Judge blocks Trump from slashing sanctuary city funds
A federal judge in San Francisco Tuesday blocked an executive order by President Donald Trump that threatened to deny federal funding to sanctuary cities and counties.
U.S. District Judge William Orrick issued a preliminary injunction in a pair of lawsuits filed by the city of San Francisco and Santa Clara County.
Orrick wrote that the “plain language” of the order issued by Trump on Jan. 25 threatens all federal funding for cities, counties and states deemed by the Trump administration to be sanctuary jurisdictions shielding undocumented immigrants from federal deportations.
The judge said it is unconstitutional for the executive branch to place new conditions on federal funds because that would intrude on Congress’s spending power.
“The Constitution vests the spending powers in Congress, not the president, so the order cannot constitutionally place new conditions on federal funds,” Orrick wrote.
“Federal funding that bears no meaningful relationship to immigration enforcement cannot be threatened merely because a jurisdiction chooses an immigration enforcement strategy of which the President disapproves,” the judge said in the ruling.
Orrick rejected an argument made at a hearing earlier this month by a U.S. Department of Justice lawyer who contended the order should be interpreted narrowly to apply only to a limited set of federal criminal justice grants.
The judge said that argument was not plausible because the wording of Trump’s order addressed all federal funding and because Trump and Attorney General Jeff Sessions had made broad statements threatening to withhold, terminate or claw back federal funding.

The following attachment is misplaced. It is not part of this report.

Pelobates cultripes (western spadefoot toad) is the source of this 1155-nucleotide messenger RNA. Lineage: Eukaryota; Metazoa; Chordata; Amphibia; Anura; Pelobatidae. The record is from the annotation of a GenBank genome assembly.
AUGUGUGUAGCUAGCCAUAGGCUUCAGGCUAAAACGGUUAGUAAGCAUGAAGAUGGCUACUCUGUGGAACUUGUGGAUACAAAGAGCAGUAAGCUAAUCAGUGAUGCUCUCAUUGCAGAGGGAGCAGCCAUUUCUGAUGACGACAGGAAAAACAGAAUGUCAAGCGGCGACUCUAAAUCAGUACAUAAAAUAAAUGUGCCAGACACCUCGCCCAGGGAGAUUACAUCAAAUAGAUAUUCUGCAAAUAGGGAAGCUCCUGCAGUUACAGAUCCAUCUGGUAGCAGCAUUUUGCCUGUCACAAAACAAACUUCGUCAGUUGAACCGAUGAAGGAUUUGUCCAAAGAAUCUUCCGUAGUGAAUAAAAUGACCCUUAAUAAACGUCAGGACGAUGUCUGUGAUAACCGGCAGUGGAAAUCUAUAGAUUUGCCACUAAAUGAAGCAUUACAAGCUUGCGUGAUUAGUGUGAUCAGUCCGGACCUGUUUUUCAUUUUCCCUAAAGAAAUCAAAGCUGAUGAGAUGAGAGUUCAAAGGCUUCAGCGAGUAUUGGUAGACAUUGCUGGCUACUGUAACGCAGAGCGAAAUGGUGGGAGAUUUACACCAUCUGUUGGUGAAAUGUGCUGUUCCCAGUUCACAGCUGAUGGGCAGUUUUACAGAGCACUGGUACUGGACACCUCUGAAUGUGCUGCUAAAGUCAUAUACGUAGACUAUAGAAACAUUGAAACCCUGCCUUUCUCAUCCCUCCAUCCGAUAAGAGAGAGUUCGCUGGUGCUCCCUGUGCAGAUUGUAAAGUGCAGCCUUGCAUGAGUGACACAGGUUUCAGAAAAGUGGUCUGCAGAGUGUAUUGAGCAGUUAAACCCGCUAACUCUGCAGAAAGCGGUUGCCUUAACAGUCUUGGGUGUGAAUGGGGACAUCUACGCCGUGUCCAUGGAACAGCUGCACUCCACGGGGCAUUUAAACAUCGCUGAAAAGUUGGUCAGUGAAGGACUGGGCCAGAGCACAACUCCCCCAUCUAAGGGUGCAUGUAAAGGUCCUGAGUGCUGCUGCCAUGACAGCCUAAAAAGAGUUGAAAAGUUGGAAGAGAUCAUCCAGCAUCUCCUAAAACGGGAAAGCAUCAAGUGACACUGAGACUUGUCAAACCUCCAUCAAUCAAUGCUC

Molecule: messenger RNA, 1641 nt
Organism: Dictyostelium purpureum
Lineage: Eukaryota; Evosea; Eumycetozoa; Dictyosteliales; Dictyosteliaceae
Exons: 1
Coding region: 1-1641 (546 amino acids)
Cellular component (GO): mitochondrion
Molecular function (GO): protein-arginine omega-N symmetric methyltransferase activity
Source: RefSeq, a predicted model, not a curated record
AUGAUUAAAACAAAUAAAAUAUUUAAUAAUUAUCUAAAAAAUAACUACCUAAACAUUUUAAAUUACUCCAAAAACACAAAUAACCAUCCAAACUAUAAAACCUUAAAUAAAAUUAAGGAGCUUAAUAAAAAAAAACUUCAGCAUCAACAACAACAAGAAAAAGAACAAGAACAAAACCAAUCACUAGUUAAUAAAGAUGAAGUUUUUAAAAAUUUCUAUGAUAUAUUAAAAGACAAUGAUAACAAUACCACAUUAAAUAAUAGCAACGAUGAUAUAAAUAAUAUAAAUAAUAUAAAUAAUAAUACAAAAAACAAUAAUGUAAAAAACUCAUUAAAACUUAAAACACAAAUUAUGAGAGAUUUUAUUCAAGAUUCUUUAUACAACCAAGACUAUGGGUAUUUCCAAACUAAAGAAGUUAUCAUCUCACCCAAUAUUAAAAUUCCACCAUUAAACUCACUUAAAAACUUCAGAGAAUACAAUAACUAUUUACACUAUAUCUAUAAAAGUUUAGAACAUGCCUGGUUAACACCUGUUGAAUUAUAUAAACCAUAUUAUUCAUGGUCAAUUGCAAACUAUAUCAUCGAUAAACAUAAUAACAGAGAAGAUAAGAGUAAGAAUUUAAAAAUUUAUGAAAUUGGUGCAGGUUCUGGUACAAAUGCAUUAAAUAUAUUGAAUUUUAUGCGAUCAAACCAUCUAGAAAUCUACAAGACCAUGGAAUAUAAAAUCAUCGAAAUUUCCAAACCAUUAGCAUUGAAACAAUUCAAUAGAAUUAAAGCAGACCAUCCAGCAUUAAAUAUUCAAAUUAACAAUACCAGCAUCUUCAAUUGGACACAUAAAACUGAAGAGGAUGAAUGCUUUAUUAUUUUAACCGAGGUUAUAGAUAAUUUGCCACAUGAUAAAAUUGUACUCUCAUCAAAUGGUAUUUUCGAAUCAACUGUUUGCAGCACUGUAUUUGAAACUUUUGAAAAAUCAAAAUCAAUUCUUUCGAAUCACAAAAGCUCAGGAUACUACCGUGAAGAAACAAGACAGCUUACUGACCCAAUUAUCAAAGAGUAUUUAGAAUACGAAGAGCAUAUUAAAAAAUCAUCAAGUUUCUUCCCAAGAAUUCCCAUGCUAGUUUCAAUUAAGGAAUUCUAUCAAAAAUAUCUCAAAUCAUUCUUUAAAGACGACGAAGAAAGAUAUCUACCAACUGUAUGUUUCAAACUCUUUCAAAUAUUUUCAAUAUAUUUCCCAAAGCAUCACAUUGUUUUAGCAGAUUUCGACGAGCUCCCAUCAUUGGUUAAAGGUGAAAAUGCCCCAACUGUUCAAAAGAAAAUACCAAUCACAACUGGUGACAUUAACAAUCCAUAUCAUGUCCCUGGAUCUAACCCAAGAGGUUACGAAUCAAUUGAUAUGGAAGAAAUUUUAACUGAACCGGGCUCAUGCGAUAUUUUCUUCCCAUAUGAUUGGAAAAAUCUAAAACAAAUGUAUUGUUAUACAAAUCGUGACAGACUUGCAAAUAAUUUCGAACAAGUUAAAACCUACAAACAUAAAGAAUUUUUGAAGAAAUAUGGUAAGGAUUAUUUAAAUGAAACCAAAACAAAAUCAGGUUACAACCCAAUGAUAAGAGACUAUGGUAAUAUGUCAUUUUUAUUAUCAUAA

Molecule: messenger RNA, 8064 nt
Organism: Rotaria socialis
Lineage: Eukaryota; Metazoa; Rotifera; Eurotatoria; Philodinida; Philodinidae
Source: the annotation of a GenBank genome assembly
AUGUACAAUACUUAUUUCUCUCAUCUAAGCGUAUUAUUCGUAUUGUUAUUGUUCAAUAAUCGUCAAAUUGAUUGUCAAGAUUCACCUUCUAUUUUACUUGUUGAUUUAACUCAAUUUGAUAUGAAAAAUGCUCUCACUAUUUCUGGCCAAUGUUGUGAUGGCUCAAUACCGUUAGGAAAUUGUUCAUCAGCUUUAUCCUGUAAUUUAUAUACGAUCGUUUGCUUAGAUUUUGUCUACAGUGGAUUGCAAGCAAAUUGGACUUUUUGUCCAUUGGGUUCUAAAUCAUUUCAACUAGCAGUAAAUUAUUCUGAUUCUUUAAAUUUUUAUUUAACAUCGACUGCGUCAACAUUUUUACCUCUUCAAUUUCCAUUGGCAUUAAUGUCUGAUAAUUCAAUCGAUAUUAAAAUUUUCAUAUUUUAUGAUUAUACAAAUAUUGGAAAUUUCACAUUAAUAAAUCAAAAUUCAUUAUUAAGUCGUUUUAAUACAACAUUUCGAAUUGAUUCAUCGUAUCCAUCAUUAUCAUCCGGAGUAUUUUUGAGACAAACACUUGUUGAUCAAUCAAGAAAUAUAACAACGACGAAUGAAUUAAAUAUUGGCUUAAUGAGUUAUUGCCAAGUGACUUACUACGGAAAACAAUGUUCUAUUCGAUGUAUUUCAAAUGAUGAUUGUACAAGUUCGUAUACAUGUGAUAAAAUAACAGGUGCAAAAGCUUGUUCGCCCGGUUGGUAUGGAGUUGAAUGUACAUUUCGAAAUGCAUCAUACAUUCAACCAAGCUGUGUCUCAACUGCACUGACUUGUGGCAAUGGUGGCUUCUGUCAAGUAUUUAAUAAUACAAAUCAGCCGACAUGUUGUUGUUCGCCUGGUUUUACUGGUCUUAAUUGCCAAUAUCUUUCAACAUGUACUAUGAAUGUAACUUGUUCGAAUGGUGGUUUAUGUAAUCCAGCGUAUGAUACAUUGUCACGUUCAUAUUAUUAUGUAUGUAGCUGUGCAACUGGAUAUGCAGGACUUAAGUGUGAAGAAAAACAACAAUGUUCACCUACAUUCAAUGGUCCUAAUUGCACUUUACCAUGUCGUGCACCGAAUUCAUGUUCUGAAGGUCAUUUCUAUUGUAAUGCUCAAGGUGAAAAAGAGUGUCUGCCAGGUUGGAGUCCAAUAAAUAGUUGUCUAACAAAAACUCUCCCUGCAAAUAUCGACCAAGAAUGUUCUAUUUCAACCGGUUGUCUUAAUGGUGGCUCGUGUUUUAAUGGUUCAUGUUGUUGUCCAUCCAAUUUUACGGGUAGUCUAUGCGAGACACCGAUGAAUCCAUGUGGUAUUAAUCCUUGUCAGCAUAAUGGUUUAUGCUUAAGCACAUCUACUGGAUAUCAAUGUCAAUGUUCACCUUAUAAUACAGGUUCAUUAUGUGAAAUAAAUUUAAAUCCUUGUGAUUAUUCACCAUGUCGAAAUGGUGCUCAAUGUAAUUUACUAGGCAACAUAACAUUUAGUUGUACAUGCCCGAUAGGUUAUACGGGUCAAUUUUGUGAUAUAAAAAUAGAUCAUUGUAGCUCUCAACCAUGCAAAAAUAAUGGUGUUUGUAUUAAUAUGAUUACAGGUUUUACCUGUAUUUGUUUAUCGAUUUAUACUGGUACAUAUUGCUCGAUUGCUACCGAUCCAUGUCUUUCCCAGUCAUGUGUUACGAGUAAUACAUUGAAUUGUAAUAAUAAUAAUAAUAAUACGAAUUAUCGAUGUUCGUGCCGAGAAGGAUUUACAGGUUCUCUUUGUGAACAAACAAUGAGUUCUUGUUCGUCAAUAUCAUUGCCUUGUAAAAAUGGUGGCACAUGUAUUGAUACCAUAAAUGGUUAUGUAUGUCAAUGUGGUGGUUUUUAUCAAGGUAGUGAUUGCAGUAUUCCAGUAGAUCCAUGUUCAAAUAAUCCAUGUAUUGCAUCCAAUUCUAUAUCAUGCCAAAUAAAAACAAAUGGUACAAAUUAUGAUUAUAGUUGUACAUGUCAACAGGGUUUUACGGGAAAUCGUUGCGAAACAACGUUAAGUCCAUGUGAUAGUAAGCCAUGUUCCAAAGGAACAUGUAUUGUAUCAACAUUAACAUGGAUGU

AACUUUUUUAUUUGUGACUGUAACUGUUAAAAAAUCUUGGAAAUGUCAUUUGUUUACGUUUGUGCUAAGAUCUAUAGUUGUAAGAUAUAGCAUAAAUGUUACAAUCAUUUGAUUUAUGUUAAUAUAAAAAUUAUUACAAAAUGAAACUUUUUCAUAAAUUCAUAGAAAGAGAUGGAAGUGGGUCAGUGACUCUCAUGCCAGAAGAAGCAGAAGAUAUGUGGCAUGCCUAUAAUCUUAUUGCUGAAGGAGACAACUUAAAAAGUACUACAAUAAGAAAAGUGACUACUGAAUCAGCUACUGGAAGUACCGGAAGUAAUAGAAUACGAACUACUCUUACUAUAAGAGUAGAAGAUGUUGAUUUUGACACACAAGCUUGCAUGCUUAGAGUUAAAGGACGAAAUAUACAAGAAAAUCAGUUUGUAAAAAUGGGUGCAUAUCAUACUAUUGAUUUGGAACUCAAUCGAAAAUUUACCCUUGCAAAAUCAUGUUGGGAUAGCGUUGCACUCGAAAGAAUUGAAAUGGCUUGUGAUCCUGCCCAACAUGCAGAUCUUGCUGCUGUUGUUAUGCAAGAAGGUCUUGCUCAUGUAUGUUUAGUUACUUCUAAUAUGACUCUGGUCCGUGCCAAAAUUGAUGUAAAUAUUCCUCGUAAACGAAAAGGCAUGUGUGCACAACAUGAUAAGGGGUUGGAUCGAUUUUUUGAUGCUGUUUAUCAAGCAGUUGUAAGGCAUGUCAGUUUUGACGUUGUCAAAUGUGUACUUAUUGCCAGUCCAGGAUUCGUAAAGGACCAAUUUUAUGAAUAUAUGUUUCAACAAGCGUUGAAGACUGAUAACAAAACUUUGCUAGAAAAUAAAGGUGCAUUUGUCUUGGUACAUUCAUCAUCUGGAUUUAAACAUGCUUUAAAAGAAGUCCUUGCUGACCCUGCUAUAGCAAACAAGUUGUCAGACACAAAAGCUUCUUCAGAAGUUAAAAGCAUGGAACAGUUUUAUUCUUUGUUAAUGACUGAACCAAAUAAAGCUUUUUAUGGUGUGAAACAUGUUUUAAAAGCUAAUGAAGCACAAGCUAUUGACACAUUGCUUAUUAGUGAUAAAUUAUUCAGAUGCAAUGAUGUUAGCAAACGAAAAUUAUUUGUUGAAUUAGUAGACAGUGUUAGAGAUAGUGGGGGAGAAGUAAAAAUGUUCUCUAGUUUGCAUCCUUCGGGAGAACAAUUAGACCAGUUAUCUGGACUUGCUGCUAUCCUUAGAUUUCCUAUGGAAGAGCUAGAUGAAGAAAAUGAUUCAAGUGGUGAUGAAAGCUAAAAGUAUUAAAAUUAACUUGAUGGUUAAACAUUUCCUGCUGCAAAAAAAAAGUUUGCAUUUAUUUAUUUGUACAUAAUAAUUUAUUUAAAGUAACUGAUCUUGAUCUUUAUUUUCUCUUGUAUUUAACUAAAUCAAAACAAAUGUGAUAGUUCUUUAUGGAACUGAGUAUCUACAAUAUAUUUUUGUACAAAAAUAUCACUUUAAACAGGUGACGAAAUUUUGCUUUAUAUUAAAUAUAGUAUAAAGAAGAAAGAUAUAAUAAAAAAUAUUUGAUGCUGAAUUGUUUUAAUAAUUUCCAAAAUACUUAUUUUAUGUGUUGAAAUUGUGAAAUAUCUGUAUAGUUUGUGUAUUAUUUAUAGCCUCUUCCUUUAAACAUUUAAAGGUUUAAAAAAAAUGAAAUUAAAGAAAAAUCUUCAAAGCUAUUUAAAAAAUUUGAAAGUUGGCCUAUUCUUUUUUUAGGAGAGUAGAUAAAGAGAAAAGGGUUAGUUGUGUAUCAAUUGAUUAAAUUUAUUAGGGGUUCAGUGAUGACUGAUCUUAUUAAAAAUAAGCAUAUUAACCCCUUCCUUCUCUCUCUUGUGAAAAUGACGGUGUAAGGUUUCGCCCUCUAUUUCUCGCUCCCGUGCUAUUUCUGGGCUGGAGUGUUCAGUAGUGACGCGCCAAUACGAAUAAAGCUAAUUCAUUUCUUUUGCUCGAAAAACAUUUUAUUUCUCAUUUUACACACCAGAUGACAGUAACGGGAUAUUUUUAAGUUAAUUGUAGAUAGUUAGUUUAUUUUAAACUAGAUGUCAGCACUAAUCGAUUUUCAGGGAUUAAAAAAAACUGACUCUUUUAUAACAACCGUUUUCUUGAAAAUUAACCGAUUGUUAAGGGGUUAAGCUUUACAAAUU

Orrick said his ruling did not prevent the government from enforcing any existing conditions imposed on federal grants or from developing regulations to define a sanctuary jurisdiction.
The San Francisco and Santa Clara County lawsuits were among several filed around the nation to challenge the executive order, but were the first to receive a judicial ruling. Another of the pending lawsuits was filed in federal court in San Francisco by the city of Richmond.
Santa Clara County Supervisor Cindy Chavez said in a statement, “We’re fighting for the United States Constitution and we succeeded after the Trump Administration tried to do an end run around it. The court’s decision is a win for the neediest people in our nation.” San Francisco City Attorney Dennis Herrera also issued a statement about today’s ruling.
“Faced with the law, the Trump administration was forced to back down,” Herrera said. “This is why we have courts — to halt the overreach of a president and an attorney general who either don’t understand the Constitution or chose to ignore it.”